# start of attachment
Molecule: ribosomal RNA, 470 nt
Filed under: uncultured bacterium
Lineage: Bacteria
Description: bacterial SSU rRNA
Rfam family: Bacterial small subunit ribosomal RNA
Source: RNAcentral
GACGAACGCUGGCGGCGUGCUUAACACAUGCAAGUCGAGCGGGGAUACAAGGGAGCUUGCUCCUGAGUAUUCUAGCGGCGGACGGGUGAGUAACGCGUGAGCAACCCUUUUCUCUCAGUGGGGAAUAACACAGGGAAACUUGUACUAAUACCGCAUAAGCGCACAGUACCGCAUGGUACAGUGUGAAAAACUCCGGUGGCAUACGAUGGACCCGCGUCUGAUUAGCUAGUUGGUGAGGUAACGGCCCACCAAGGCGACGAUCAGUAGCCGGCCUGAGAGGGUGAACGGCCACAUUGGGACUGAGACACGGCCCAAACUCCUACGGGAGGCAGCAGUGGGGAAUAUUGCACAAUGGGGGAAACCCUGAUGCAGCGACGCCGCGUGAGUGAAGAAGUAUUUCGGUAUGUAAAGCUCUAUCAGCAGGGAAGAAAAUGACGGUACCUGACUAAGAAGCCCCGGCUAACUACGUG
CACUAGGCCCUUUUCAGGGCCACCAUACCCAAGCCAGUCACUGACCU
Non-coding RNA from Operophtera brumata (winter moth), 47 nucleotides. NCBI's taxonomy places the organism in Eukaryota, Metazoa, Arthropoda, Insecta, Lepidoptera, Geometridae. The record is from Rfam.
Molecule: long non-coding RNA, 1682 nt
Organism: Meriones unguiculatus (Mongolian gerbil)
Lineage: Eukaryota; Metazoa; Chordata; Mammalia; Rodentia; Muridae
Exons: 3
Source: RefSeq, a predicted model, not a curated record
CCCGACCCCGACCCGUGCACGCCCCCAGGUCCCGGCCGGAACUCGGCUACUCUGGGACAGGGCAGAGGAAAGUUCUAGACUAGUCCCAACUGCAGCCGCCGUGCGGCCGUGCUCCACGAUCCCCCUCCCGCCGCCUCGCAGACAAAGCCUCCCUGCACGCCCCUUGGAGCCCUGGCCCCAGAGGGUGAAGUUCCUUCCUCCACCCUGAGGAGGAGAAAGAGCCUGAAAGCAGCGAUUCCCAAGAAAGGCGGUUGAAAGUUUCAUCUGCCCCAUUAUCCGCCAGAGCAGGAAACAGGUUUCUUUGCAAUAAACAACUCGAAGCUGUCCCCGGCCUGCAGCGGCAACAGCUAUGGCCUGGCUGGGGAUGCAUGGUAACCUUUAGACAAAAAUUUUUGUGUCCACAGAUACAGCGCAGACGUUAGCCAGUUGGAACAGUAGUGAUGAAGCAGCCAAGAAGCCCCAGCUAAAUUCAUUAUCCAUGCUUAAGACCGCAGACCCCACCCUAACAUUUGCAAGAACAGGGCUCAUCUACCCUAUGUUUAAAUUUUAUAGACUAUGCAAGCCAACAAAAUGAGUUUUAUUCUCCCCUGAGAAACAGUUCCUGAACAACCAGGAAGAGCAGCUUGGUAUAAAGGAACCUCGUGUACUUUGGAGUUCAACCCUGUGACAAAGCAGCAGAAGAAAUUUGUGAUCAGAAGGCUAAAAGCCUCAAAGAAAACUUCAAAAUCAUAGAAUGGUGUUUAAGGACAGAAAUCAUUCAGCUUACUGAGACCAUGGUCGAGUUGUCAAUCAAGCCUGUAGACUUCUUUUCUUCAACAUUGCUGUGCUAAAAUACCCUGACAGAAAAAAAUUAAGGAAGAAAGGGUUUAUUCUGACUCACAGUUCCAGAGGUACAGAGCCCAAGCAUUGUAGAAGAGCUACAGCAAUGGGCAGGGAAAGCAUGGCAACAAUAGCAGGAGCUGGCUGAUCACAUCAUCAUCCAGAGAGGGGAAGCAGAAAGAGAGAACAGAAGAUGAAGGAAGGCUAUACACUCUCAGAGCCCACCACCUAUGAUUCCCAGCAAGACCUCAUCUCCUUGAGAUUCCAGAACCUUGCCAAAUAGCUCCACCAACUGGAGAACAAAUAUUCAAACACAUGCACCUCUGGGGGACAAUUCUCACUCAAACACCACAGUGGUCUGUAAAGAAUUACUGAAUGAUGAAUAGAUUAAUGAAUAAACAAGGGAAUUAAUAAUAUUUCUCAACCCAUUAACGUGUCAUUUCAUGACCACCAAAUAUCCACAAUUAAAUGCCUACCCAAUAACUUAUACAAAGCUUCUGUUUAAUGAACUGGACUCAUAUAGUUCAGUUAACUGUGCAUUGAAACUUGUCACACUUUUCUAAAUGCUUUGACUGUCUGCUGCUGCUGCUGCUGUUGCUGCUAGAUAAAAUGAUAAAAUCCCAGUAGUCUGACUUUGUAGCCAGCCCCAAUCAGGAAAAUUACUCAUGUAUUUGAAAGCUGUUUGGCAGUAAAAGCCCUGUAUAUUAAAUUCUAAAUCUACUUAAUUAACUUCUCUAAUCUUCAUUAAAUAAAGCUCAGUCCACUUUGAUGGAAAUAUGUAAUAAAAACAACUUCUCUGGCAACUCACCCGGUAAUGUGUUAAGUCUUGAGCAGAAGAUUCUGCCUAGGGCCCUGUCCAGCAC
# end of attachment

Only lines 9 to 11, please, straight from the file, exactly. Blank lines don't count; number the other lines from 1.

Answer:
Non-coding RNA from Operophtera brumata (winter moth), 47 nucleotides. NCBI's taxonomy places the organism in Eukaryota, Metazoa, Arthropoda, Insecta, Lepidoptera, Geometridae. The record is from Rfam.
Molecule: long non-coding RNA, 1682 nt
Organism: Meriones unguiculatus (Mongolian gerbil)